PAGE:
Calls to strengthen diversity pay reporting
14 Jan 2019
MPs are keen to see more action on gender, ethnicity and executive pay reporting according to a survey by the Association of Accounting Technicians (AAT) which found widespread support for tougher regulation, and is calling for more reporting on action plans to reduce imbalance
14 Jan 2019
A YouGov poll commissioned by AAT revealed that more than two thirds of MPs (69%) believe that new gender, ethnicity and executive pay ratio reporting requirements are ‘a good start in tackling pay reported problems but much more needs to be done.’
This figure of 69% breaks down to almost a quarter of MPs (23%) strongly agreeing with this statement whilst a further 46% agreed. In contrast, 13% of MPs either disagreed or strongly disagreed, with 3% stating they ‘don’t know’.
Phil Hall, AAT head of public affairs and public policy, said: ‘Thankfully, most people now accept the rationale for gender, ethnicity and executive pay reporting but there is broad recognition that these new requirements do not go far enough.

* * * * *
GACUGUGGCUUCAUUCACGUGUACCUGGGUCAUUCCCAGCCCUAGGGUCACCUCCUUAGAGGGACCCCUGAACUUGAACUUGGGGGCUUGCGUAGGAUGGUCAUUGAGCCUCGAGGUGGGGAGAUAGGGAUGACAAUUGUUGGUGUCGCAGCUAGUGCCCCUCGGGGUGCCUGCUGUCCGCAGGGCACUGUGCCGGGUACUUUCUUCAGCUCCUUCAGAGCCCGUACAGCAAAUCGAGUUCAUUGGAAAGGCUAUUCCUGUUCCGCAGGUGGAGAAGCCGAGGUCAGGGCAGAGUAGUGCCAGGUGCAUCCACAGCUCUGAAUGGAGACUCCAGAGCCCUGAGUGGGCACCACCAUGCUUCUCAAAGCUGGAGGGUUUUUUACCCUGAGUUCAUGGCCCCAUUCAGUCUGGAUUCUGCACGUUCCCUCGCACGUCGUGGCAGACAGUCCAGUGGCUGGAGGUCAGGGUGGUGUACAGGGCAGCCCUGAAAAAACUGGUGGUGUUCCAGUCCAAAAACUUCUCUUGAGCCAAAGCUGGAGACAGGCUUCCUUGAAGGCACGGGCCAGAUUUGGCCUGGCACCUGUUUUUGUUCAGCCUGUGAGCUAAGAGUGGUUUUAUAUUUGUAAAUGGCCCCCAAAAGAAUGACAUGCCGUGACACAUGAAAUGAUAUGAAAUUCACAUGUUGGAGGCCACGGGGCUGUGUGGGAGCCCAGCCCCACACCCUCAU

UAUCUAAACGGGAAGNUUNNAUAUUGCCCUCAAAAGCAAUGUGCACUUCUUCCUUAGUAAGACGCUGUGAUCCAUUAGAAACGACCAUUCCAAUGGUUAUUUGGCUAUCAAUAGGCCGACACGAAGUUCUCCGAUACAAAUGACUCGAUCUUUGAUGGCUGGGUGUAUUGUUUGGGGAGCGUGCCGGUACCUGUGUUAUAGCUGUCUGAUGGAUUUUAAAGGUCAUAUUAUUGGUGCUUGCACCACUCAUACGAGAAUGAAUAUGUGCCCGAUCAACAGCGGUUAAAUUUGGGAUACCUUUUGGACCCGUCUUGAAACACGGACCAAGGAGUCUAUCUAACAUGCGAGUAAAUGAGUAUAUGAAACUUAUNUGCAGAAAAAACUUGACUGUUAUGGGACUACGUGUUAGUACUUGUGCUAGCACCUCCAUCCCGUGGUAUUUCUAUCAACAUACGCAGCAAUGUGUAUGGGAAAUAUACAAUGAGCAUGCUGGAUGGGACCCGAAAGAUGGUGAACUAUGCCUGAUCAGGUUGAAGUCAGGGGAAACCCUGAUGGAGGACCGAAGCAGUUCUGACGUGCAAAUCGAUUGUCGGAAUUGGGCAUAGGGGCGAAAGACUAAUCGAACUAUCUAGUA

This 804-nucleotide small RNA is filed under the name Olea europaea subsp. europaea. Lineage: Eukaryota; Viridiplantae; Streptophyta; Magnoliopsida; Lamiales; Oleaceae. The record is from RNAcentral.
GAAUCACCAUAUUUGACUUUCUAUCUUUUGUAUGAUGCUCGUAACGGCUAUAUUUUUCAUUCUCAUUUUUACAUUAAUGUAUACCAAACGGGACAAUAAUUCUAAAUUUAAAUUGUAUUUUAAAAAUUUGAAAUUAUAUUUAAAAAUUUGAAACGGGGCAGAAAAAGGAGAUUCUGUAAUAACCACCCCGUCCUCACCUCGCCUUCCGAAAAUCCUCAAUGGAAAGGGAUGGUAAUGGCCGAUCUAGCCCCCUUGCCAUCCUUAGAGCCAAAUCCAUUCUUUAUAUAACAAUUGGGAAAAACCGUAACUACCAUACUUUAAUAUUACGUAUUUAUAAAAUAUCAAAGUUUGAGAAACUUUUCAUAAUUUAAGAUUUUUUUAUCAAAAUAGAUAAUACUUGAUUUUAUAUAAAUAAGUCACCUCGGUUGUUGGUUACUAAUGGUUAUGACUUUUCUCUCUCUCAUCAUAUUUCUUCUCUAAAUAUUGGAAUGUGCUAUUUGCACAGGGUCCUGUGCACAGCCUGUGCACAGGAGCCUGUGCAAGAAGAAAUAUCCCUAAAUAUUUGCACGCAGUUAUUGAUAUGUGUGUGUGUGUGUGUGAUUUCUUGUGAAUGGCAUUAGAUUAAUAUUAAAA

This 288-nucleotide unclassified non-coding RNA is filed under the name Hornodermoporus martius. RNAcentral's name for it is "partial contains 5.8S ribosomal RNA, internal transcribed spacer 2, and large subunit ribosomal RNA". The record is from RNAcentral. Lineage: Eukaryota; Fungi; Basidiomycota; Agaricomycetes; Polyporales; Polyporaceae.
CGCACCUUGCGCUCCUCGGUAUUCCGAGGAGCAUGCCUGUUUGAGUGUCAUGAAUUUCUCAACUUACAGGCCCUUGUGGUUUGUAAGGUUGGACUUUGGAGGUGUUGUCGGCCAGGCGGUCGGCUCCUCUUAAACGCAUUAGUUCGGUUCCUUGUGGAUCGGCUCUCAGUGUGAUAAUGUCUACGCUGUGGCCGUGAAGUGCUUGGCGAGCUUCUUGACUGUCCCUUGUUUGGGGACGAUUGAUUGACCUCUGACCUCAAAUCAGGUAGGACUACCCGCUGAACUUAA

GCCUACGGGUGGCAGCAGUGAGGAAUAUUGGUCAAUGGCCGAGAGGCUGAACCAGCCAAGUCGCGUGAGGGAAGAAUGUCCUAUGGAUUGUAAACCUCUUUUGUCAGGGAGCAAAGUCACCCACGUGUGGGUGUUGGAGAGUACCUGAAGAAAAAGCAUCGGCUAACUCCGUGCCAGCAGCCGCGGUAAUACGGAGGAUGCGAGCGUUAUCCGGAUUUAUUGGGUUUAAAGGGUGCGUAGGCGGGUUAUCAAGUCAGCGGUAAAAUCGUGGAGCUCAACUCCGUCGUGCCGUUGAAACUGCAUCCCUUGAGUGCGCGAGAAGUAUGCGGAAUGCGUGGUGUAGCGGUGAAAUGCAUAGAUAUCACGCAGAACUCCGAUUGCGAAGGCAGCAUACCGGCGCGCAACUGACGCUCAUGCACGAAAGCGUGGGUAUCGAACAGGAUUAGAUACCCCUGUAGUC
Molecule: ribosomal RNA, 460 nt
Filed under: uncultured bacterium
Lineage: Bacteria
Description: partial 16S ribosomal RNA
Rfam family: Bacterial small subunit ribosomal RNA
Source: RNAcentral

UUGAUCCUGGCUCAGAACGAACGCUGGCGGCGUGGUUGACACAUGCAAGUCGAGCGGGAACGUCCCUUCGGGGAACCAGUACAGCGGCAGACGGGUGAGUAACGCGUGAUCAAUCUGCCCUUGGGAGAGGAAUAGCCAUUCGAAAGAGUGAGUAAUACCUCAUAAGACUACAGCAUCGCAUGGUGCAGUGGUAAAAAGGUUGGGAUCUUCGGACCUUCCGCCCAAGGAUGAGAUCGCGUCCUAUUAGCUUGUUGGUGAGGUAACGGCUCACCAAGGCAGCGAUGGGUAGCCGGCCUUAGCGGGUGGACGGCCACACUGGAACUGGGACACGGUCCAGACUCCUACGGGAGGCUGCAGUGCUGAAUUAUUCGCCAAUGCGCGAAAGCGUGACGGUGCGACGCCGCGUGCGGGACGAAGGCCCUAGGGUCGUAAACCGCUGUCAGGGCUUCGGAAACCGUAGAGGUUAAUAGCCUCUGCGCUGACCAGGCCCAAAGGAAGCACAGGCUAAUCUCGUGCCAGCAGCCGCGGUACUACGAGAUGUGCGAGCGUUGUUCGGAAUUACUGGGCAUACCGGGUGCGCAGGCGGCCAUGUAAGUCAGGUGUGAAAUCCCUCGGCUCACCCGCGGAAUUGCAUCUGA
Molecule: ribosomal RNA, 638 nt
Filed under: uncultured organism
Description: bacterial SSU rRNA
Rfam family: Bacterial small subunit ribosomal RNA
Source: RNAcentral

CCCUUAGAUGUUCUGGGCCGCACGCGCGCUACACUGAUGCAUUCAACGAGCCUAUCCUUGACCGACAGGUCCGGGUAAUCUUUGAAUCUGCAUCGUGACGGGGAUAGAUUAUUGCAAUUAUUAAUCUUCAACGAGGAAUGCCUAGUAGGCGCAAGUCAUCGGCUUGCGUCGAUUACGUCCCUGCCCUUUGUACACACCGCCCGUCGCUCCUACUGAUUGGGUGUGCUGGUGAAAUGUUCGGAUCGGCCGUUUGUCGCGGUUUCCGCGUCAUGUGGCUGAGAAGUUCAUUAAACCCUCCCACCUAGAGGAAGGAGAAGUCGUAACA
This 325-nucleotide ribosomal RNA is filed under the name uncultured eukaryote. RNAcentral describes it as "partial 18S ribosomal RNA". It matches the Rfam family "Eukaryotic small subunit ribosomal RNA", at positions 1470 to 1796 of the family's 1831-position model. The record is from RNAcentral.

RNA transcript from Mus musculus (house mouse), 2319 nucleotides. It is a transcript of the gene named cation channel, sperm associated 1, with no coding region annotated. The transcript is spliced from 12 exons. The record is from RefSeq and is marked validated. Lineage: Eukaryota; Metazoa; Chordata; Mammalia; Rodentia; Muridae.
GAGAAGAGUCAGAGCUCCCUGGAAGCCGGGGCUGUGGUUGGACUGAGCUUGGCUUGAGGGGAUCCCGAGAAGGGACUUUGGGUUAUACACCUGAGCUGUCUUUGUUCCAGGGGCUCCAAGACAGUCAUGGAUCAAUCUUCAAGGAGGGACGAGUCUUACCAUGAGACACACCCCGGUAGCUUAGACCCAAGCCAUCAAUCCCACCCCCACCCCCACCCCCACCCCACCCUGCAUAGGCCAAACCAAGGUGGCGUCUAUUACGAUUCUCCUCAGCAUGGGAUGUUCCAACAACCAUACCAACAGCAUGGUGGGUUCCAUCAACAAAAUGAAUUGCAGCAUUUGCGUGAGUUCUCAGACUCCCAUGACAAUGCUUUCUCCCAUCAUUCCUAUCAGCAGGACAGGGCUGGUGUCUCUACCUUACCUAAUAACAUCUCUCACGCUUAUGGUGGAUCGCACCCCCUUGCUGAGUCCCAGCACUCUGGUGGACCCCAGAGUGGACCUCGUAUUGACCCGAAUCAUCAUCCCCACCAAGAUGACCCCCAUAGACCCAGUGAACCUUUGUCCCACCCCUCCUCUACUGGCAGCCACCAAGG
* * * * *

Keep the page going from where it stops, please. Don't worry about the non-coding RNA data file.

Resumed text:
‘It is good to know that MPs are similarly minded, with more than two thirds now stating much more needs to be done. However, recognising the problem and dealing with it are two very different matters.’
Last year, new gender pay gap reporting requirements were introduced to oblige all employers with more than 250 employees to publish their figures comparing men and women’s average pay across their organisation.
Earlier this month, regulations came into effect which require all listed companies employing more than 250 employees to report their executive pay ratio (the difference between the pay of the chief executive and the pay of the median employee) from 2020 onwards.
Last week the government finished consulting on new ethnicity pay gap reporting requirements which will require companies to report their ethnicity pay gap data, although precisely what data and how it is reported remains undecided.
Asked what further action AAT would like to see, Hall said: ‘We need to see anomalies, loopholes and unintended consequences dealt with and a wider recognition that simply reporting on a problem, whilst helping to shine a light on issues, is very different from resolving those issues - reporting requirements are not an end in themselves.
‘Companies should be compelled to publish action plans for addressing pay disparities rather than the current voluntary system; there should be much clearer and tougher sanctions for non-compliance; and given companies employing more than 250 employees account for a mere 1% of UK businesses, reducing the reporting thresholds to companies employing more than 50 members of staff would have a much bigger impact on tackling divisive pay issues across the country.’
Report by Pat Sweet